The 101 of olive oil designations and definitions

The International Olive Council (IOC) groups olive oil and olive pomace oil into four main designations:

  • Virgin Olive Oils – olive oils that are made only from cold extraction of oil from the olives;
  • Refined Olive Oils – olive oils made from refining Virgin Olive Oils;
  • Olive Oils – products made from blending Refined Olive Oil with Virgin Olive Oil; and
  • Olive Pomace Oil – not technically an “olive oil”, but a by-product made from the solid “pomace” that is leftover after Virgin Olive Oils are extracted.

Testing and grading criteria olive oil are particularly complex at the detailed level, however the critical elements of olive oil grading are summarised below.  To find out more about olive oil testing, click here.


Virgin Olive Oils

Virgin olive oils are obtained directly from the olive fruit solely by mechanical or other physical means under conditions, particularly thermal conditions, that do not lead to alterations in the oil and which have not undergone any treatment other than washing, decantation, centrifugation and filtration.  Virgin Olive Oils can be filtered or unfiltered, the latter in which residual fruit sediment is visible by the cloudiness of the oil.  The product may be a blend of olives, or a single variety and depending on the type of olive used and the point in the harvest, the colour can range from yellow to green, such that colour is not a definite indication of quality.  Virgin olive oils fit for consumption as they are include:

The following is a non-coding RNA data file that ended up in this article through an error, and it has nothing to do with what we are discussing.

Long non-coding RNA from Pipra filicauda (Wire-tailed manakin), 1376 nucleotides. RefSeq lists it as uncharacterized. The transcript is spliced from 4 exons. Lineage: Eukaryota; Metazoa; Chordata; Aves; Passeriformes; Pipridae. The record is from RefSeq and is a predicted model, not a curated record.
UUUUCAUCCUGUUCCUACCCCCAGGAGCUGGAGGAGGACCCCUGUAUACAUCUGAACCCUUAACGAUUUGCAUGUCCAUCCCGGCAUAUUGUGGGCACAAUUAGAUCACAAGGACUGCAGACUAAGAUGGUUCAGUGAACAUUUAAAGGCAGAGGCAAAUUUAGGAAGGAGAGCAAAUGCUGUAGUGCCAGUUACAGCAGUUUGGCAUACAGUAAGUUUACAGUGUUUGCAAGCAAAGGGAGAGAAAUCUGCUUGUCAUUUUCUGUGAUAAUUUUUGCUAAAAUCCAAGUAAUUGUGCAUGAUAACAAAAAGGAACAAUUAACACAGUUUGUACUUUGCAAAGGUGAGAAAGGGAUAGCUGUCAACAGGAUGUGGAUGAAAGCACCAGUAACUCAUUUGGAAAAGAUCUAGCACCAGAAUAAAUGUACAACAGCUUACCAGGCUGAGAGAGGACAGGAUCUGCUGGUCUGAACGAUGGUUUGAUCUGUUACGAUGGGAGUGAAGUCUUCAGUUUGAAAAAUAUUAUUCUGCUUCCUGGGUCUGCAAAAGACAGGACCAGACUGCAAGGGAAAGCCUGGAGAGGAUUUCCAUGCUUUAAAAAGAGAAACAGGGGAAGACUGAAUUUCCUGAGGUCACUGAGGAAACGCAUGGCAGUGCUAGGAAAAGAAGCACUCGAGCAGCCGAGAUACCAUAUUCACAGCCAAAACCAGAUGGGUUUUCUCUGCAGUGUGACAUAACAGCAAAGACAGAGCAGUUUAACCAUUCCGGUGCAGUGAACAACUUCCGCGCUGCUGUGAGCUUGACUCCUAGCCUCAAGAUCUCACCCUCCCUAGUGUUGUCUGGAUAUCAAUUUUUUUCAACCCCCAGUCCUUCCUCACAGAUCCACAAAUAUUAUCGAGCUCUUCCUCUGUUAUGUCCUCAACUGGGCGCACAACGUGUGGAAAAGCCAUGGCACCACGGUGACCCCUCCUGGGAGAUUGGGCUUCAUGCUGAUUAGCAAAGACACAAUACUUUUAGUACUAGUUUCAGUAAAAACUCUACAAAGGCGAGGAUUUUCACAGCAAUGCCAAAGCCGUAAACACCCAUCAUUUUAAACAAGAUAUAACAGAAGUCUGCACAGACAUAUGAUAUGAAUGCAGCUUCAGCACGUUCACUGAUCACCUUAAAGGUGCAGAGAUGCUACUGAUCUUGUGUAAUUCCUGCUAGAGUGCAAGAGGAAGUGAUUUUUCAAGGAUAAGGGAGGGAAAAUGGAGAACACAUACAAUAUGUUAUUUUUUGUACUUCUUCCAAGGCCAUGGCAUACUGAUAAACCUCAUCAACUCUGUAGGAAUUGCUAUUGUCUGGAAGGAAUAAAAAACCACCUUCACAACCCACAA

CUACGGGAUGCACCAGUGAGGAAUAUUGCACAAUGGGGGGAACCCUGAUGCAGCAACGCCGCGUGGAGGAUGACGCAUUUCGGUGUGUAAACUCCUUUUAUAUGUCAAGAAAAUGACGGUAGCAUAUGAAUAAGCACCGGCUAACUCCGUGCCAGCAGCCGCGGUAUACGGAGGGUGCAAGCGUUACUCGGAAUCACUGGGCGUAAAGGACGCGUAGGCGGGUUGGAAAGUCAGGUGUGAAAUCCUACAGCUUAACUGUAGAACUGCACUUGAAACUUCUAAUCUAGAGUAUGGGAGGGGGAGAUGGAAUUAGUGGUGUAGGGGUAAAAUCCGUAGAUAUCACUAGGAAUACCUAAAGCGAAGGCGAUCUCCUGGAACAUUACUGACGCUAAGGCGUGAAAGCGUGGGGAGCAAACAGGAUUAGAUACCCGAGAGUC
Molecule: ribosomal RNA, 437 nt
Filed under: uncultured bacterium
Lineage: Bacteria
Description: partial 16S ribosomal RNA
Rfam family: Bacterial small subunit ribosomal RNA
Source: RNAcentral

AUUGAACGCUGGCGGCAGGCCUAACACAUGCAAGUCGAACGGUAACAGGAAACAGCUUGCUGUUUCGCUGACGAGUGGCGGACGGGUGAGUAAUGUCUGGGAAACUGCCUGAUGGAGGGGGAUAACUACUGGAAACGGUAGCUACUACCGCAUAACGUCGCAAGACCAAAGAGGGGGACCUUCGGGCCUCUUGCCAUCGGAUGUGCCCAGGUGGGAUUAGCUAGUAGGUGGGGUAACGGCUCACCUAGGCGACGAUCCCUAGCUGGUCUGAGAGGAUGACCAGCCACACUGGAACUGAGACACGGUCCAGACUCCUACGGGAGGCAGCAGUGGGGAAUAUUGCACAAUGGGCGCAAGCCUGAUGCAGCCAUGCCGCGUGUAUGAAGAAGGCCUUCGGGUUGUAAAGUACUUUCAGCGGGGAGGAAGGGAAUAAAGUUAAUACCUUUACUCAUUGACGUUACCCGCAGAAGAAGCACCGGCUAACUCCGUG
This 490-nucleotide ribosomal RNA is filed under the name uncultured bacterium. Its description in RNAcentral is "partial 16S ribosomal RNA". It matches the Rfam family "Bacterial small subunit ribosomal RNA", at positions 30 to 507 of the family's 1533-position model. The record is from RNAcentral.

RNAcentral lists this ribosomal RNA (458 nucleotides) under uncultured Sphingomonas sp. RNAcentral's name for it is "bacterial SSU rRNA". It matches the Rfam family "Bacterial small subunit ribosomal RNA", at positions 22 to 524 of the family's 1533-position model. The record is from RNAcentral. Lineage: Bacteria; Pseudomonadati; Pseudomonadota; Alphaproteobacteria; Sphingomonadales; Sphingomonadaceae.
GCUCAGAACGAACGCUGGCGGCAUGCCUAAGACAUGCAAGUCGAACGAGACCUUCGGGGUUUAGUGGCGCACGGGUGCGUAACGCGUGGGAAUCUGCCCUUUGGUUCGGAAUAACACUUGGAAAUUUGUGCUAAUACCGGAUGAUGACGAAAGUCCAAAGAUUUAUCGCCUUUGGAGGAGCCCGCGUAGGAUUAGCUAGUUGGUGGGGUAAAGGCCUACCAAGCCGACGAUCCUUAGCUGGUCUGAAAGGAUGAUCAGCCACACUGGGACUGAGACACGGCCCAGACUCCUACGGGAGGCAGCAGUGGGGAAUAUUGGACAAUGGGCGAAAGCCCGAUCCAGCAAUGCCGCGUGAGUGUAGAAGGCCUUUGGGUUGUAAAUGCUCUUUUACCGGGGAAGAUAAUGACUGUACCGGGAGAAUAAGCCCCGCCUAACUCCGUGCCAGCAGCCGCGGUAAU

Extra Virgin Olive Oil is the highest grade of virgin olive oil and must (amongst other criteria) have a free acidity, expressed as oleic acid, or not more than 0.8% and should be assessed in sensory analysis as being free of taste defects (median of defect = 0) and having a positive fruity attribute (median of fruity attribute > 0).  Extra Virgin Olive Oil is most prized for being generally considered to have the highest levels of antioxidants and polyphenolic content of all virgin oils.

Virgin Olive Oil must (amongst other criteria) have a free acidity, expressed as oleic acid, or not more than 2.0% and should be assessed in sensory analysis as having defects (median of defect ≤ 3.5) and having a positive fruity attribute (median of fruity attribute > 0).  Virgin Olive Oil is still prized for containing antioxidants and polyphenolic content of all virgin oils, however generally considered to be less healthy and less flavoursome than Extra Virgin Olive Oil.